Just based on the prose styles, I think the Huffington contributors maintain about as well as we did.

Harkonnendog said...

Better to remain blogless and be thought a fool, than to Huffington and remove all doubt.

Actually I think the comedians will do pretty well. But the actors, politicians, and hanger on celebrity types, like Cronkite, are just going to be exposed. I can't wait!

TBMD said...

As the LA Weekly article suggests, Huff may be a right wing mole - after all, what's more distructive to the left than letting them talk?

PatCA said...

Totally lame, but Cusack's was okay--a first person narrative about an event closed to everyone else. He gets it.

What's with Cronkite's non-post and non-platform?? And Corzine's fifth-grade "this is what a senator does" lesson? I not stoopit!

Tilo Reber said...

Checked out Arianna's site. We are suppose to tell the difference between this site and an MSM editoral page how?

Max Blumenthal's shrill attack on James Taranto did remind me of the fever swamp logic that you get at Daily KOS. So maybe there is some similarity starting to develop - a least with a certain segment of the blogosphere.

Blumenthal is determined to alert us to the growing danger of a theocracy. Despite the fact that church attendance is lower than ever in our history, and despite the fact that our country did not turn into a theocracy when Christian believe was much more common and taken more seriously, we are now to start loosing sleep over the specter of an imminent theocracy.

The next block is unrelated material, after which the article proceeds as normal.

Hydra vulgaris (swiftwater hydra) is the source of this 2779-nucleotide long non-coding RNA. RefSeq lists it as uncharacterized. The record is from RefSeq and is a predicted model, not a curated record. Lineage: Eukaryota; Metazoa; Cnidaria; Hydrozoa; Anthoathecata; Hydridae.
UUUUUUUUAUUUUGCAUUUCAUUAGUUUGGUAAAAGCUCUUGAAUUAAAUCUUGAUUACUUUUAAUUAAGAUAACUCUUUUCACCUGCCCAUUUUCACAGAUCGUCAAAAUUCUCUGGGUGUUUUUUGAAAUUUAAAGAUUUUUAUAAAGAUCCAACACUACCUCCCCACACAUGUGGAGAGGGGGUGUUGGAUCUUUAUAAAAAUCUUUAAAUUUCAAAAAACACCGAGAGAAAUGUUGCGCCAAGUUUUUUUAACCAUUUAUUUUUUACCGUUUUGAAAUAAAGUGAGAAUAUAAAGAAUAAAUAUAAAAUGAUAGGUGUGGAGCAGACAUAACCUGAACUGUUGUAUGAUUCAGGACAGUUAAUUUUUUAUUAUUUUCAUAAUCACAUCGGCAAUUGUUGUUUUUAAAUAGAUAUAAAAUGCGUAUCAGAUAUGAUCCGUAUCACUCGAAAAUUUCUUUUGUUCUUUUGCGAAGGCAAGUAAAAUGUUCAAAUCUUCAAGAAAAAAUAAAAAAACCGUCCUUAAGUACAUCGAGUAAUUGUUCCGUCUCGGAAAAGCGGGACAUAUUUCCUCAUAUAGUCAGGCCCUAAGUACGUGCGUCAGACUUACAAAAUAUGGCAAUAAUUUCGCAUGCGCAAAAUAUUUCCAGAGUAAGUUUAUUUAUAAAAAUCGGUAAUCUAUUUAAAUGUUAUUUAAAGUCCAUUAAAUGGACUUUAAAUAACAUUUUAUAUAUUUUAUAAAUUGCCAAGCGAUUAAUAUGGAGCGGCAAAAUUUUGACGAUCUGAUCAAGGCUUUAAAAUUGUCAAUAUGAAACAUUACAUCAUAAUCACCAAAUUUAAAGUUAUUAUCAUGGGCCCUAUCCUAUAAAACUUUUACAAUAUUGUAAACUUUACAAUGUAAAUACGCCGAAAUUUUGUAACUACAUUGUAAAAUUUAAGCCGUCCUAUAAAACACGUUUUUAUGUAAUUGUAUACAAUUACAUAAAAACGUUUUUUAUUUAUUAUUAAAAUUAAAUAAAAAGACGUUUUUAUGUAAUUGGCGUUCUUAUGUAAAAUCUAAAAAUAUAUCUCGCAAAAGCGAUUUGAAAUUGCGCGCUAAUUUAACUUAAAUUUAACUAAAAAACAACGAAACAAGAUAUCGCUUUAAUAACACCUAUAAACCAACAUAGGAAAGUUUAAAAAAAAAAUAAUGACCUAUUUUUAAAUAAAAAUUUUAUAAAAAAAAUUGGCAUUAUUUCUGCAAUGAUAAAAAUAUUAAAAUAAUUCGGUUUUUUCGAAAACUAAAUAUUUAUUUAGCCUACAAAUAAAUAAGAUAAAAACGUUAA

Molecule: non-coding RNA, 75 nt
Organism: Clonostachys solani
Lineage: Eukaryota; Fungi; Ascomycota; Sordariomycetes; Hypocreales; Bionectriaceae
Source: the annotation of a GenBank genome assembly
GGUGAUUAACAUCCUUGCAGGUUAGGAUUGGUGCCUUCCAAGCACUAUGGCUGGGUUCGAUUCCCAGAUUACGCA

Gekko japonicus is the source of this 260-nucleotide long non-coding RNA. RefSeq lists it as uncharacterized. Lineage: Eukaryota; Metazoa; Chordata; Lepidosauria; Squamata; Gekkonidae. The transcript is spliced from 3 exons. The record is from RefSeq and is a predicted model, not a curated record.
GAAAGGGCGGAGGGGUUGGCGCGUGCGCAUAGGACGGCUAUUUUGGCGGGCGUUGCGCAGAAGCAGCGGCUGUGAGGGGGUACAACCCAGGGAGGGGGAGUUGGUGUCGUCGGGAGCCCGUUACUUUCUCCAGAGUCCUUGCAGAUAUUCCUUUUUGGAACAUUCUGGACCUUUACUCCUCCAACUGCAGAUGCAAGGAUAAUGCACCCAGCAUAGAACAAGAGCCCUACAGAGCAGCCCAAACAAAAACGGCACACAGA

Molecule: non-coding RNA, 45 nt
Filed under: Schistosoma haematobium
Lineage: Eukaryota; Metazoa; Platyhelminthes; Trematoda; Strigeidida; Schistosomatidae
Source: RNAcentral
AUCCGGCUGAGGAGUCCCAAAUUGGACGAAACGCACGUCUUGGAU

Blumenthal's argument is mostly a personal attack on Taranto, and so there is not much to analyse. His main attempt at refuting Taranto's argument about the disagreement within the religious community is to use a statement from the moral majority.

"These leaders have concluded that it is better to argue about denominational differences at another time. Right now, it is the agenda of those opposed to the Scriptures and the church which has brought us together."

Using this argument one could say that the extreme left wants to implement an Islamic theocracy because their agenda so often results in advancing the aspirations of the Islamists.